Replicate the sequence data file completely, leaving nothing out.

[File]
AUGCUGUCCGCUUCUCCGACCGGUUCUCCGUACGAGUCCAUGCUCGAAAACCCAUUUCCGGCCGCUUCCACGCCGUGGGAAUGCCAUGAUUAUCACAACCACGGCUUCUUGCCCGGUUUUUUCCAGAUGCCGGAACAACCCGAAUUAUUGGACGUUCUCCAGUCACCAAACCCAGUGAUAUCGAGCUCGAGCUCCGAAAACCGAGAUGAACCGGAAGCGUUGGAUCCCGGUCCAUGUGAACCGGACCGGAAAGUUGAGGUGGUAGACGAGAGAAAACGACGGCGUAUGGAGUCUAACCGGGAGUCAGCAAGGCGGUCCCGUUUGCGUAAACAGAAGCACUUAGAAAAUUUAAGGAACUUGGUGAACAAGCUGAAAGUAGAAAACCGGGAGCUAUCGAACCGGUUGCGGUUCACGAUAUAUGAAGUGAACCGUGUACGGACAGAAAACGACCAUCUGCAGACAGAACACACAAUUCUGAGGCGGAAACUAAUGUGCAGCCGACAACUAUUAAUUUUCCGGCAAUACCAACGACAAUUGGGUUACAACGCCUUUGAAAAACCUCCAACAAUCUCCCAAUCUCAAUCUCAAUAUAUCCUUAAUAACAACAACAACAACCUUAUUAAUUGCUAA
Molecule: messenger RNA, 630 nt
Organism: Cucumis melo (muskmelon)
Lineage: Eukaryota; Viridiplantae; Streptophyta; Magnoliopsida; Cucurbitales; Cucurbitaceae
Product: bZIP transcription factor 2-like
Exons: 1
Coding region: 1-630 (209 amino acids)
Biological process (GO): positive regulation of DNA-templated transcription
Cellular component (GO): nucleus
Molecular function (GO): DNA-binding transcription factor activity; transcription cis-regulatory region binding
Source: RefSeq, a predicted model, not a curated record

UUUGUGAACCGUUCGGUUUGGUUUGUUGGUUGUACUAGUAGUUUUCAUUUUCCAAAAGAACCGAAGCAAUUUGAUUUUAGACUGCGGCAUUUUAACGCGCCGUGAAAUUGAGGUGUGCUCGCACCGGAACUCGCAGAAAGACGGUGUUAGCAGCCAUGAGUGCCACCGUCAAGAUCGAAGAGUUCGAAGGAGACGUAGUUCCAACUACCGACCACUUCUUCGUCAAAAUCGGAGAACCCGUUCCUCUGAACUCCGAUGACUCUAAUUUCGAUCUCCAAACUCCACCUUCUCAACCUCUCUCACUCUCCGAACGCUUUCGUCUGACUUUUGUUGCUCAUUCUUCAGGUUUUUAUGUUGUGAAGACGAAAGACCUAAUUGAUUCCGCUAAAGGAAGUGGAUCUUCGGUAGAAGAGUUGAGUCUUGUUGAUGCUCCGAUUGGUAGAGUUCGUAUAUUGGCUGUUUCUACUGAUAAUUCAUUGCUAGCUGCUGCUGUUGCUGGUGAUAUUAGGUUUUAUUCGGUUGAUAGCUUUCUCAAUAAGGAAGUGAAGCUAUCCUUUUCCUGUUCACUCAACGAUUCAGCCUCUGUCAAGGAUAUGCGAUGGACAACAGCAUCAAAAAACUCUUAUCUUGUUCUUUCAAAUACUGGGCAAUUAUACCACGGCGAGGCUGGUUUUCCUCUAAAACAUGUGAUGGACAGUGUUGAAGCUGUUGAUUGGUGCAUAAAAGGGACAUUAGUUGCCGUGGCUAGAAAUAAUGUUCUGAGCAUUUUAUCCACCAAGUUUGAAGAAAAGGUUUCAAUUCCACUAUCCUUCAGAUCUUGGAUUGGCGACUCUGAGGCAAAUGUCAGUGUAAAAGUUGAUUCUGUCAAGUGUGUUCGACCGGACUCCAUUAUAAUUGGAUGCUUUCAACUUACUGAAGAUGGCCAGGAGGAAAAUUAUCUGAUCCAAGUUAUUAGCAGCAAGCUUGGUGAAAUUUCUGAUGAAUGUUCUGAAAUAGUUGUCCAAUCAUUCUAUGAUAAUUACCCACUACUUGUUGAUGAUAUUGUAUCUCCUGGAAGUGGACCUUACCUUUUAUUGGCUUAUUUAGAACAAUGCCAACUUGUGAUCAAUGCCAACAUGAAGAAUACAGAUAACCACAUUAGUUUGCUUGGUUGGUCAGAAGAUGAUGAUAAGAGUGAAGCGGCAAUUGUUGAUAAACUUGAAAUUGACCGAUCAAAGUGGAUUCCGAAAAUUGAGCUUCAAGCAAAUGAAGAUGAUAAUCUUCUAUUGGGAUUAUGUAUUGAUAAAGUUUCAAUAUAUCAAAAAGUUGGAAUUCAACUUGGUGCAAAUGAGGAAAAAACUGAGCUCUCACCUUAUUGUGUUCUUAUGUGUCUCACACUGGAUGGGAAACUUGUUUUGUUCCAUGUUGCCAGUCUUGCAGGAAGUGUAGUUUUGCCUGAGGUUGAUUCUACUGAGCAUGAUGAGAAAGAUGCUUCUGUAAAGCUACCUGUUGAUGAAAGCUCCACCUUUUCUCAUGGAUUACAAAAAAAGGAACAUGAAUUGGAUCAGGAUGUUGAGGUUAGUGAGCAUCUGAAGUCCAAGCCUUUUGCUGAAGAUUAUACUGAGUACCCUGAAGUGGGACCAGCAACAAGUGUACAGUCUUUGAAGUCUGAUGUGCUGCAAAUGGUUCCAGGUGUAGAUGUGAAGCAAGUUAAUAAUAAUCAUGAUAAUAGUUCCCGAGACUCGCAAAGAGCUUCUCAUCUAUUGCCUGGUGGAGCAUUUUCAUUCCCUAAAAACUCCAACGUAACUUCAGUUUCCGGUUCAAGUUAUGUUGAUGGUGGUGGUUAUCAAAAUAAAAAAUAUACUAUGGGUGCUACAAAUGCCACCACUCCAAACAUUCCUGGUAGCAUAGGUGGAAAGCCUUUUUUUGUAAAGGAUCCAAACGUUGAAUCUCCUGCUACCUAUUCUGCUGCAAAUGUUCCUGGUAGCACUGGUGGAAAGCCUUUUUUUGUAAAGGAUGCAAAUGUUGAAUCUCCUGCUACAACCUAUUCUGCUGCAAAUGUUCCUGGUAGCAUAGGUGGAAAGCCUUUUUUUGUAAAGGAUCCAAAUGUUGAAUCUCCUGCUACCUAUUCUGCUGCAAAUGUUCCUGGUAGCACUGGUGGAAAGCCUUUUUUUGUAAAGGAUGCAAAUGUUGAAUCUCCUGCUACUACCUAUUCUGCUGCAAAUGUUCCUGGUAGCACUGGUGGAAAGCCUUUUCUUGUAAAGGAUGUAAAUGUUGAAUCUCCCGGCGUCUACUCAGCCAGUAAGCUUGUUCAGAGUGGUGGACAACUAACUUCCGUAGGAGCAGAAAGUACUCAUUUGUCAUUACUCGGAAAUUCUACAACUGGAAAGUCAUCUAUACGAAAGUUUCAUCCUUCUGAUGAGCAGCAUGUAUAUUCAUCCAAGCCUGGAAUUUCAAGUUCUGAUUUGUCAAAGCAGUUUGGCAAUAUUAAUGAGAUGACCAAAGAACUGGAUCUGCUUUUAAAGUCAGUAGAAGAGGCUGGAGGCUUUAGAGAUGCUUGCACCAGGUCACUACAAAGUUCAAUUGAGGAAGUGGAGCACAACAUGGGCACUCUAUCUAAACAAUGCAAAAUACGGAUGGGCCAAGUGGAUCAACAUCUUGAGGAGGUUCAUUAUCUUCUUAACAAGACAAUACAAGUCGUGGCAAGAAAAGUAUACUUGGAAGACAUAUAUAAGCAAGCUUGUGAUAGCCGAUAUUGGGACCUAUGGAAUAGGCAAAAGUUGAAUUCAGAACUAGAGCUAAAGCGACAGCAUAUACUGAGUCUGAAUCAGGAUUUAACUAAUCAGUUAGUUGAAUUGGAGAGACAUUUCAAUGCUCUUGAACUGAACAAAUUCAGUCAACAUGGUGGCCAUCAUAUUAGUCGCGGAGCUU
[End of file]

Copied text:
AUGCUGUCCGCUUCUCCGACCGGUUCUCCGUACGAGUCCAUGCUCGAAAACCCAUUUCCGGCCGCUUCCACGCCGUGGGAAUGCCAUGAUUAUCACAACCACGGCUUCUUGCCCGGUUUUUUCCAGAUGCCGGAACAACCCGAAUUAUUGGACGUUCUCCAGUCACCAAACCCAGUGAUAUCGAGCUCGAGCUCCGAAAACCGAGAUGAACCGGAAGCGUUGGAUCCCGGUCCAUGUGAACCGGACCGGAAAGUUGAGGUGGUAGACGAGAGAAAACGACGGCGUAUGGAGUCUAACCGGGAGUCAGCAAGGCGGUCCCGUUUGCGUAAACAGAAGCACUUAGAAAAUUUAAGGAACUUGGUGAACAAGCUGAAAGUAGAAAACCGGGAGCUAUCGAACCGGUUGCGGUUCACGAUAUAUGAAGUGAACCGUGUACGGACAGAAAACGACCAUCUGCAGACAGAACACACAAUUCUGAGGCGGAAACUAAUGUGCAGCCGACAACUAUUAAUUUUCCGGCAAUACCAACGACAAUUGGGUUACAACGCCUUUGAAAAACCUCCAACAAUCUCCCAAUCUCAAUCUCAAUAUAUCCUUAAUAACAACAACAACAACCUUAUUAAUUGCUAA
Molecule: messenger RNA, 630 nt
Organism: Cucumis melo (muskmelon)
Lineage: Eukaryota; Viridiplantae; Streptophyta; Magnoliopsida; Cucurbitales; Cucurbitaceae
Product: bZIP transcription factor 2-like
Exons: 1
Coding region: 1-630 (209 amino acids)
Biological process (GO): positive regulation of DNA-templated transcription
Cellular component (GO): nucleus
Molecular function (GO): DNA-binding transcription factor activity; transcription cis-regulatory region binding
Source: RefSeq, a predicted model, not a curated record

UUUGUGAACCGUUCGGUUUGGUUUGUUGGUUGUACUAGUAGUUUUCAUUUUCCAAAAGAACCGAAGCAAUUUGAUUUUAGACUGCGGCAUUUUAACGCGCCGUGAAAUUGAGGUGUGCUCGCACCGGAACUCGCAGAAAGACGGUGUUAGCAGCCAUGAGUGCCACCGUCAAGAUCGAAGAGUUCGAAGGAGACGUAGUUCCAACUACCGACCACUUCUUCGUCAAAAUCGGAGAACCCGUUCCUCUGAACUCCGAUGACUCUAAUUUCGAUCUCCAAACUCCACCUUCUCAACCUCUCUCACUCUCCGAACGCUUUCGUCUGACUUUUGUUGCUCAUUCUUCAGGUUUUUAUGUUGUGAAGACGAAAGACCUAAUUGAUUCCGCUAAAGGAAGUGGAUCUUCGGUAGAAGAGUUGAGUCUUGUUGAUGCUCCGAUUGGUAGAGUUCGUAUAUUGGCUGUUUCUACUGAUAAUUCAUUGCUAGCUGCUGCUGUUGCUGGUGAUAUUAGGUUUUAUUCGGUUGAUAGCUUUCUCAAUAAGGAAGUGAAGCUAUCCUUUUCCUGUUCACUCAACGAUUCAGCCUCUGUCAAGGAUAUGCGAUGGACAACAGCAUCAAAAAACUCUUAUCUUGUUCUUUCAAAUACUGGGCAAUUAUACCACGGCGAGGCUGGUUUUCCUCUAAAACAUGUGAUGGACAGUGUUGAAGCUGUUGAUUGGUGCAUAAAAGGGACAUUAGUUGCCGUGGCUAGAAAUAAUGUUCUGAGCAUUUUAUCCACCAAGUUUGAAGAAAAGGUUUCAAUUCCACUAUCCUUCAGAUCUUGGAUUGGCGACUCUGAGGCAAAUGUCAGUGUAAAAGUUGAUUCUGUCAAGUGUGUUCGACCGGACUCCAUUAUAAUUGGAUGCUUUCAACUUACUGAAGAUGGCCAGGAGGAAAAUUAUCUGAUCCAAGUUAUUAGCAGCAAGCUUGGUGAAAUUUCUGAUGAAUGUUCUGAAAUAGUUGUCCAAUCAUUCUAUGAUAAUUACCCACUACUUGUUGAUGAUAUUGUAUCUCCUGGAAGUGGACCUUACCUUUUAUUGGCUUAUUUAGAACAAUGCCAACUUGUGAUCAAUGCCAACAUGAAGAAUACAGAUAACCACAUUAGUUUGCUUGGUUGGUCAGAAGAUGAUGAUAAGAGUGAAGCGGCAAUUGUUGAUAAACUUGAAAUUGACCGAUCAAAGUGGAUUCCGAAAAUUGAGCUUCAAGCAAAUGAAGAUGAUAAUCUUCUAUUGGGAUUAUGUAUUGAUAAAGUUUCAAUAUAUCAAAAAGUUGGAAUUCAACUUGGUGCAAAUGAGGAAAAAACUGAGCUCUCACCUUAUUGUGUUCUUAUGUGUCUCACACUGGAUGGGAAACUUGUUUUGUUCCAUGUUGCCAGUCUUGCAGGAAGUGUAGUUUUGCCUGAGGUUGAUUCUACUGAGCAUGAUGAGAAAGAUGCUUCUGUAAAGCUACCUGUUGAUGAAAGCUCCACCUUUUCUCAUGGAUUACAAAAAAAGGAACAUGAAUUGGAUCAGGAUGUUGAGGUUAGUGAGCAUCUGAAGUCCAAGCCUUUUGCUGAAGAUUAUACUGAGUACCCUGAAGUGGGACCAGCAACAAGUGUACAGUCUUUGAAGUCUGAUGUGCUGCAAAUGGUUCCAGGUGUAGAUGUGAAGCAAGUUAAUAAUAAUCAUGAUAAUAGUUCCCGAGACUCGCAAAGAGCUUCUCAUCUAUUGCCUGGUGGAGCAUUUUCAUUCCCUAAAAACUCCAACGUAACUUCAGUUUCCGGUUCAAGUUAUGUUGAUGGUGGUGGUUAUCAAAAUAAAAAAUAUACUAUGGGUGCUACAAAUGCCACCACUCCAAACAUUCCUGGUAGCAUAGGUGGAAAGCCUUUUUUUGUAAAGGAUCCAAACGUUGAAUCUCCUGCUACCUAUUCUGCUGCAAAUGUUCCUGGUAGCACUGGUGGAAAGCCUUUUUUUGUAAAGGAUGCAAAUGUUGAAUCUCCUGCUACAACCUAUUCUGCUGCAAAUGUUCCUGGUAGCAUAGGUGGAAAGCCUUUUUUUGUAAAGGAUCCAAAUGUUGAAUCUCCUGCUACCUAUUCUGCUGCAAAUGUUCCUGGUAGCACUGGUGGAAAGCCUUUUUUUGUAAAGGAUGCAAAUGUUGAAUCUCCUGCUACUACCUAUUCUGCUGCAAAUGUUCCUGGUAGCACUGGUGGAAAGCCUUUUCUUGUAAAGGAUGUAAAUGUUGAAUCUCCCGGCGUCUACUCAGCCAGUAAGCUUGUUCAGAGUGGUGGACAACUAACUUCCGUAGGAGCAGAAAGUACUCAUUUGUCAUUACUCGGAAAUUCUACAACUGGAAAGUCAUCUAUACGAAAGUUUCAUCCUUCUGAUGAGCAGCAUGUAUAUUCAUCCAAGCCUGGAAUUUCAAGUUCUGAUUUGUCAAAGCAGUUUGGCAAUAUUAAUGAGAUGACCAAAGAACUGGAUCUGCUUUUAAAGUCAGUAGAAGAGGCUGGAGGCUUUAGAGAUGCUUGCACCAGGUCACUACAAAGUUCAAUUGAGGAAGUGGAGCACAACAUGGGCACUCUAUCUAAACAAUGCAAAAUACGGAUGGGCCAAGUGGAUCAACAUCUUGAGGAGGUUCAUUAUCUUCUUAACAAGACAAUACAAGUCGUGGCAAGAAAAGUAUACUUGGAAGACAUAUAUAAGCAAGCUUGUGAUAGCCGAUAUUGGGACCUAUGGAAUAGGCAAAAGUUGAAUUCAGAACUAGAGCUAAAGCGACAGCAUAUACUGAGUCUGAAUCAGGAUUUAACUAAUCAGUUAGUUGAAUUGGAGAGACAUUUCAAUGCUCUUGAACUGAACAAAUUCAGUCAACAUGGUGGCCAUCAUAUUAGUCGCGGAGCUU